Now, think of what it’s like to run with this in your hand. Can you make much speed that way? No, and speed is what you want. And so the big issue is — this is what you must never do, but this is what you got to do if your phalanx is broken. You got to drop your shield and run. Then I’m on the winning side, and what I want to do is kill as many of these guys as I can. However, there’s this great question of how far do the Greeks pursue in a hoplite battle? Thucydides has an interesting passage in there, in which he says that the Spartans win the Battle of Mantinea and Thucydides says that the Spartans did not pursue the hoplite. The Spartans never pursue their enemies very far. It’s as though he’s explaining, giving an answer to a question that somebody asked, “why didn’t the Spartans do better in that battle?” To which there could many answers at the Battle of Mantinea, but it seems there’s a much easier answer. Basically, the Greeks couldn’t pursue very hotly with infantry. They don’t want to throw their shields away, they want to keep their shields, so guys with shields are chasing guys without shields. So, they’re not going to chase them very far.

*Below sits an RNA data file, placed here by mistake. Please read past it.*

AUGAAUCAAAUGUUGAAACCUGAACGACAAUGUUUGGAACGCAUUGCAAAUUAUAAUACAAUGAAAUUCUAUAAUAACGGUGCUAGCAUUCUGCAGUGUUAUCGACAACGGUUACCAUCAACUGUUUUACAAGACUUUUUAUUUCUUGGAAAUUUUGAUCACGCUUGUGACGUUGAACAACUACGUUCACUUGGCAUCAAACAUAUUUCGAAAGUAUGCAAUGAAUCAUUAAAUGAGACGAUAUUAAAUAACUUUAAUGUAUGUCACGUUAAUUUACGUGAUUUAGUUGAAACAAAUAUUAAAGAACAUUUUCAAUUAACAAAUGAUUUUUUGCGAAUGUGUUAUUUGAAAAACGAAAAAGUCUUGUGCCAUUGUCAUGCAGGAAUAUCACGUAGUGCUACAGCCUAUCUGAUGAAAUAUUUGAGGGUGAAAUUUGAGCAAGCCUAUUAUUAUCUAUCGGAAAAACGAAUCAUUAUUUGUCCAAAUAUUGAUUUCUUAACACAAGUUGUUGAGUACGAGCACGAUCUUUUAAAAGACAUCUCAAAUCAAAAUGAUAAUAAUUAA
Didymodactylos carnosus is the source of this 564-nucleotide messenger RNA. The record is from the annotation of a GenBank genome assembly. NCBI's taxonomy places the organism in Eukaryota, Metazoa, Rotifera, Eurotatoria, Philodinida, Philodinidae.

Now, another issue that emerges in discussion of these kinds of battles is the casualties. For a long, long time the general wisdom was there were not heavy casualties in hoplite battles — people calculating on what I was just talking about. But then an old Yalie who took this course when he was very young, and later became an ancient Greek historian, took the wonderfully outlandish device of answering this question. He simply took all the battles in Greek history that we have a record of, and which we know what the casualties were like, and counted and he concluded — anybody can check because there they are — that casualties could run as high as 15% at a hoplite battle. That’s a high casualty rate and many a military unit will break if they have that many casualties. Actually, what he finds is the winning side would lose about 5% and the losing side would lose maybe as much 15%, and so you get some idea. But don’t imagine that these were anything like bloodless or easy. They were bloody, although the actual amount would vary with the circumstances.